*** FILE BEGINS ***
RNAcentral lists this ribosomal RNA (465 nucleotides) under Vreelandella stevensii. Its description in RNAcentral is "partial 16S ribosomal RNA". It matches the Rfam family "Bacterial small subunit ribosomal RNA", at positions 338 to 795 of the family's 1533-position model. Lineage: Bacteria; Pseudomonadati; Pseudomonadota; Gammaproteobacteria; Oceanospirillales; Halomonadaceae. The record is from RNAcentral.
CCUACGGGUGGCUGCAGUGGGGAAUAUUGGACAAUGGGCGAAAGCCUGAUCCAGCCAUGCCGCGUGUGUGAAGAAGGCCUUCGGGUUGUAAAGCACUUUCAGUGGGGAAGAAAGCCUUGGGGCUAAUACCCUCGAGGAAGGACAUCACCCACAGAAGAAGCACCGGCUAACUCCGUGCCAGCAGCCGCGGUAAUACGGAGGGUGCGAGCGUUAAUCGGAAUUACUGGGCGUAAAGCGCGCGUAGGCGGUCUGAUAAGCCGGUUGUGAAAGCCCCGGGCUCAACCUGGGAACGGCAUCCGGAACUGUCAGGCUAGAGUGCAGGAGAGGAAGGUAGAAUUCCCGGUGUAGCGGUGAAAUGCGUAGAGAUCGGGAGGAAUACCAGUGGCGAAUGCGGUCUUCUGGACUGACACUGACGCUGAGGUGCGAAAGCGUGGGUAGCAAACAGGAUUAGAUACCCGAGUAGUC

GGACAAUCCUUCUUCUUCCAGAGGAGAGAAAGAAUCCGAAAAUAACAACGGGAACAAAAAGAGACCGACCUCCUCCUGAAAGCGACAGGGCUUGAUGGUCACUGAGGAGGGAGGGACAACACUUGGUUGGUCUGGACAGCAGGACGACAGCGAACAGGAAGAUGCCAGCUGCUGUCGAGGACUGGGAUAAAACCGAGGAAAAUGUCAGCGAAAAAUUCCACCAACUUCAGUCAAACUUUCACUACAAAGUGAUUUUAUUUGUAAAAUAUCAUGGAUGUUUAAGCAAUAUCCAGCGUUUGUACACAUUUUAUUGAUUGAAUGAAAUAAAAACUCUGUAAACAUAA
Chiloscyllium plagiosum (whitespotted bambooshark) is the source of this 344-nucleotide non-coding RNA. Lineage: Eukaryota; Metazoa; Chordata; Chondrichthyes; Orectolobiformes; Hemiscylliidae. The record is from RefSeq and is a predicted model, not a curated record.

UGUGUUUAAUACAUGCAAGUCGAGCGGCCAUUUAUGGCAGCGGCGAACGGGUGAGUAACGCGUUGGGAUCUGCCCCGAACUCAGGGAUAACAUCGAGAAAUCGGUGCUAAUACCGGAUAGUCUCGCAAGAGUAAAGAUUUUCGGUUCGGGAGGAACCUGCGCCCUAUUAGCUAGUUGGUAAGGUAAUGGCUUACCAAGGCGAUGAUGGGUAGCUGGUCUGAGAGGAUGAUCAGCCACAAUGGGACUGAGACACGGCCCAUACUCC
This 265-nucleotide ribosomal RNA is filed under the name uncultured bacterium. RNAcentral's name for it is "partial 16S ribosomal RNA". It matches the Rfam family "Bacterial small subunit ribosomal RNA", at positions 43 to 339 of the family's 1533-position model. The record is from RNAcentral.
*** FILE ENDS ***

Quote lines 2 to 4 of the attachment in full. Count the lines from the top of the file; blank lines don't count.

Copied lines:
CCUACGGGUGGCUGCAGUGGGGAAUAUUGGACAAUGGGCGAAAGCCUGAUCCAGCCAUGCCGCGUGUGUGAAGAAGGCCUUCGGGUUGUAAAGCACUUUCAGUGGGGAAGAAAGCCUUGGGGCUAAUACCCUCGAGGAAGGACAUCACCCACAGAAGAAGCACCGGCUAACUCCGUGCCAGCAGCCGCGGUAAUACGGAGGGUGCGAGCGUUAAUCGGAAUUACUGGGCGUAAAGCGCGCGUAGGCGGUCUGAUAAGCCGGUUGUGAAAGCCCCGGGCUCAACCUGGGAACGGCAUCCGGAACUGUCAGGCUAGAGUGCAGGAGAGGAAGGUAGAAUUCCCGGUGUAGCGGUGAAAUGCGUAGAGAUCGGGAGGAAUACCAGUGGCGAAUGCGGUCUUCUGGACUGACACUGACGCUGAGGUGCGAAAGCGUGGGUAGCAAACAGGAUUAGAUACCCGAGUAGUC

GGACAAUCCUUCUUCUUCCAGAGGAGAGAAAGAAUCCGAAAAUAACAACGGGAACAAAAAGAGACCGACCUCCUCCUGAAAGCGACAGGGCUUGAUGGUCACUGAGGAGGGAGGGACAACACUUGGUUGGUCUGGACAGCAGGACGACAGCGAACAGGAAGAUGCCAGCUGCUGUCGAGGACUGGGAUAAAACCGAGGAAAAUGUCAGCGAAAAAUUCCACCAACUUCAGUCAAACUUUCACUACAAAGUGAUUUUAUUUGUAAAAUAUCAUGGAUGUUUAAGCAAUAUCCAGCGUUUGUACACAUUUUAUUGAUUGAAUGAAAUAAAAACUCUGUAAACAUAA
Chiloscyllium plagiosum (whitespotted bambooshark) is the source of this 344-nucleotide non-coding RNA. Lineage: Eukaryota; Metazoa; Chordata; Chondrichthyes; Orectolobiformes; Hemiscylliidae. The record is from RefSeq and is a predicted model, not a curated record.